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dc.contributor.authorJanney, Richard N.en_US
dc.date.accessioned2013-02-12T16:54:07Z
dc.date.available2013-02-12T16:54:07Z
dc.date.issued1972en_US
dc.identifier.citation5 Creighton L. Rev. 98 (1971-1972)en_US
dc.identifier.urihttp://hdl.handle.net/10504/38693
dc.description.abstractINTRODUCTION|The constitution of the State of Nebraska provides in part: "Any city having a population of more than five thousand (5,000) inhabitants may frame a charter for its own government, consistent with and subject to the constitution and laws of this state... which charter... shall... become the charter of said city, and supersede any existing charter and all amendments thereof." It is further stated that "(n)o charter or charter amendment adopted under the provisions of this amendment shall be amended or repealed except by electoral vote." This provision authorizes certain cities to adopt what is ordinarily called a "home rule charter." It may be helpful in understanding this concept to discuss at the outset the purpose and meaning of "home rule." The use of "home rule," in the nebulous sense as a political symbol...en_US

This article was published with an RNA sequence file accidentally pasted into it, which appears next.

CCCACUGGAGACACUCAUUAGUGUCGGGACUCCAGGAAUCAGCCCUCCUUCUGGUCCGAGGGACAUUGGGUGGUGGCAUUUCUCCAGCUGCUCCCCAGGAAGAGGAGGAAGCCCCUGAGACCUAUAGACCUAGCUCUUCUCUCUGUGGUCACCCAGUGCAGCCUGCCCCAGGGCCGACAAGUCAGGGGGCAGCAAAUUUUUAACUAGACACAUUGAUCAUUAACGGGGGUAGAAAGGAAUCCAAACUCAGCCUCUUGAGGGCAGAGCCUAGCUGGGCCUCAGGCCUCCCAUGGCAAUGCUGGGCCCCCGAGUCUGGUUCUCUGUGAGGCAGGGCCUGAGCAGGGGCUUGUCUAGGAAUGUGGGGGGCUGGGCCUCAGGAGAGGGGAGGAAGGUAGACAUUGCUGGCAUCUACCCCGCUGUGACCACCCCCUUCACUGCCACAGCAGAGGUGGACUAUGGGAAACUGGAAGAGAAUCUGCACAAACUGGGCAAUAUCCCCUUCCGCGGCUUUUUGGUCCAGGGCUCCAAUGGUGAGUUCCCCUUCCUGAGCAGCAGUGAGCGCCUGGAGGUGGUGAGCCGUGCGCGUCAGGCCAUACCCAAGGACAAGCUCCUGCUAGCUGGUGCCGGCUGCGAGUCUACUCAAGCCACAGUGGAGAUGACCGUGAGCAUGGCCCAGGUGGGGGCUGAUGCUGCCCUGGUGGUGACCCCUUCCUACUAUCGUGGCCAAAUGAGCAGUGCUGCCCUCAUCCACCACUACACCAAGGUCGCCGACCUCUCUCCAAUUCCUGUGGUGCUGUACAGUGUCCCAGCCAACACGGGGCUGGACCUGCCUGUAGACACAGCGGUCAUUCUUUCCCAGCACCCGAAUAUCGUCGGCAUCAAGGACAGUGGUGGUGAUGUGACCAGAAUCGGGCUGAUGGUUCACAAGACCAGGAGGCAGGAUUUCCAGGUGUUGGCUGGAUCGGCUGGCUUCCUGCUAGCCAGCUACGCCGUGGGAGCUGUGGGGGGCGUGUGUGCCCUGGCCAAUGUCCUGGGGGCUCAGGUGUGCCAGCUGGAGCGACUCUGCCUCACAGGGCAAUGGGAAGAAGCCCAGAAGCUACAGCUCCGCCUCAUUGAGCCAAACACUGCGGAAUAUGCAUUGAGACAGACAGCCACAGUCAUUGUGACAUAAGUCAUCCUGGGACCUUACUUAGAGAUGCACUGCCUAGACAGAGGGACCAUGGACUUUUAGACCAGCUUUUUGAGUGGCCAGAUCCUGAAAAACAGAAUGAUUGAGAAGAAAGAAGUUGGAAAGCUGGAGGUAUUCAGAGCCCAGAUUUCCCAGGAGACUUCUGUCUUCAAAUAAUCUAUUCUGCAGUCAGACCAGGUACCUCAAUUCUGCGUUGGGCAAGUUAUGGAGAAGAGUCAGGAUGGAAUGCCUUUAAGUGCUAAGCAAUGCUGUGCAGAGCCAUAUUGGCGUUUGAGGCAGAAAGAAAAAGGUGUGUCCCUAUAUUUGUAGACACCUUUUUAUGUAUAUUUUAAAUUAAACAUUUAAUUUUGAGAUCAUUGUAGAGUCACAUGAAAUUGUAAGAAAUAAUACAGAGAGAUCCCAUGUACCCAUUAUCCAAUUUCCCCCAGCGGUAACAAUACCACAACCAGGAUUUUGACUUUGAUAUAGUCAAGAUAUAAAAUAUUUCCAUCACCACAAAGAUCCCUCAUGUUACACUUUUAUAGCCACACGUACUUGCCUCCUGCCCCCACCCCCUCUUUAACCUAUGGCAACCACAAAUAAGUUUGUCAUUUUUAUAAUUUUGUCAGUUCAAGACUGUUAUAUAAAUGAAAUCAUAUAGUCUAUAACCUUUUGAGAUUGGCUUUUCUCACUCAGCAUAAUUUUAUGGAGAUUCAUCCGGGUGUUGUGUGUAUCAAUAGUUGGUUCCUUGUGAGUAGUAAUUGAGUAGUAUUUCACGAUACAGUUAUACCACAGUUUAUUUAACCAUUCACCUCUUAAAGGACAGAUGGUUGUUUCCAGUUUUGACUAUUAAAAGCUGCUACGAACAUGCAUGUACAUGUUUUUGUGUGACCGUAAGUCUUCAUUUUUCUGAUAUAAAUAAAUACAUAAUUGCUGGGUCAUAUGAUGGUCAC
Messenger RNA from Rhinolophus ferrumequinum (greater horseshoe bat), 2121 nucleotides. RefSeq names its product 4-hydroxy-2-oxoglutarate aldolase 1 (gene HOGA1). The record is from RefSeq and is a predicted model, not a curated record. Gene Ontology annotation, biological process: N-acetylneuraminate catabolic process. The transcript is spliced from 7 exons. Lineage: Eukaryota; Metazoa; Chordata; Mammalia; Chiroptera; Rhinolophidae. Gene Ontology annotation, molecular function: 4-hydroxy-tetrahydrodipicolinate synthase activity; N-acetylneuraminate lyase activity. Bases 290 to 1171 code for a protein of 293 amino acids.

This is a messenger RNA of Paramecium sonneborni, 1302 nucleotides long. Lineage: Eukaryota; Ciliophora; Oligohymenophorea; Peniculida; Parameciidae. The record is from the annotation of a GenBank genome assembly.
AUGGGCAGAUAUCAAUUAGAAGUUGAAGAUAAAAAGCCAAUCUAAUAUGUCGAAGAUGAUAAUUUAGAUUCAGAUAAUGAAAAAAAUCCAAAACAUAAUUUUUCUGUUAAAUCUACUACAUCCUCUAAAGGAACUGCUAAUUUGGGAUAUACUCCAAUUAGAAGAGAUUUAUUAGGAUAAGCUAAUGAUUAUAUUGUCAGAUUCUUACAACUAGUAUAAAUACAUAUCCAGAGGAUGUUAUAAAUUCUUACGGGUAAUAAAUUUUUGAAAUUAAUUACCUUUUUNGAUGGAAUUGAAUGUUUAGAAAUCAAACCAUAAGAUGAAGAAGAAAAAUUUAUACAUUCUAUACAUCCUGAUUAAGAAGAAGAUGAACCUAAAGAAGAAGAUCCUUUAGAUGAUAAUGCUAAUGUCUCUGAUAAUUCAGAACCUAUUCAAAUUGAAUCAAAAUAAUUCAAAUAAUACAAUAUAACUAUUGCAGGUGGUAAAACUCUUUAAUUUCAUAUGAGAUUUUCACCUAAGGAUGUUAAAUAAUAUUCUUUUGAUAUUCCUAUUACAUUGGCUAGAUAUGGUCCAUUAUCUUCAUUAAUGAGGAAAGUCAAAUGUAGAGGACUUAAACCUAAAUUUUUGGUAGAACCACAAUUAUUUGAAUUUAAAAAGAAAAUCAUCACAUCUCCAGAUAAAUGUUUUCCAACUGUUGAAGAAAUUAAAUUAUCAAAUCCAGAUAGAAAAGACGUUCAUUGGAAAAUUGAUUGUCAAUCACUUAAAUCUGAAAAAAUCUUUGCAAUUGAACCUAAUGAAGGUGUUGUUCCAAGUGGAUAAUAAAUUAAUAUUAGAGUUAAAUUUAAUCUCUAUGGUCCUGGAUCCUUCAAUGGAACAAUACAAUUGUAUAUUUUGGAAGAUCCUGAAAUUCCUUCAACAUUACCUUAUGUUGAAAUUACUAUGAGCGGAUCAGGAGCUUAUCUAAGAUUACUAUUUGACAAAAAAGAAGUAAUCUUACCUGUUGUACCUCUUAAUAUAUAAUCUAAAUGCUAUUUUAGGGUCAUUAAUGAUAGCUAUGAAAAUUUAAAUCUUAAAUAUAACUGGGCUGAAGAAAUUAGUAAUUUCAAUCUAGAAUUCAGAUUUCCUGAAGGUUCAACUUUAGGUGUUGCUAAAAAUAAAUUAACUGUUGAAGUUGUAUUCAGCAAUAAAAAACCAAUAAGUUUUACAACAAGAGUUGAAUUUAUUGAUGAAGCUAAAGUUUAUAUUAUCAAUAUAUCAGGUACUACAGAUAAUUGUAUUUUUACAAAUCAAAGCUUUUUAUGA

dc.publisherCreighton University School of Lawen_US
dc.titleHome Rule Charters in Nebraskaen_US
dc.typeJournal Articleen_US
dc.rights.holderCreighton Universityen_US
dc.description.volume5en_US
dc.publisher.locationOmaha, Nebraskaen_US
dc.title.workCreighton Law Reviewen_US
dc.description.note1971-1972en_US
dc.description.pages98en_US
dc.contributor.cuauthorFiroz, Muhammaden_US


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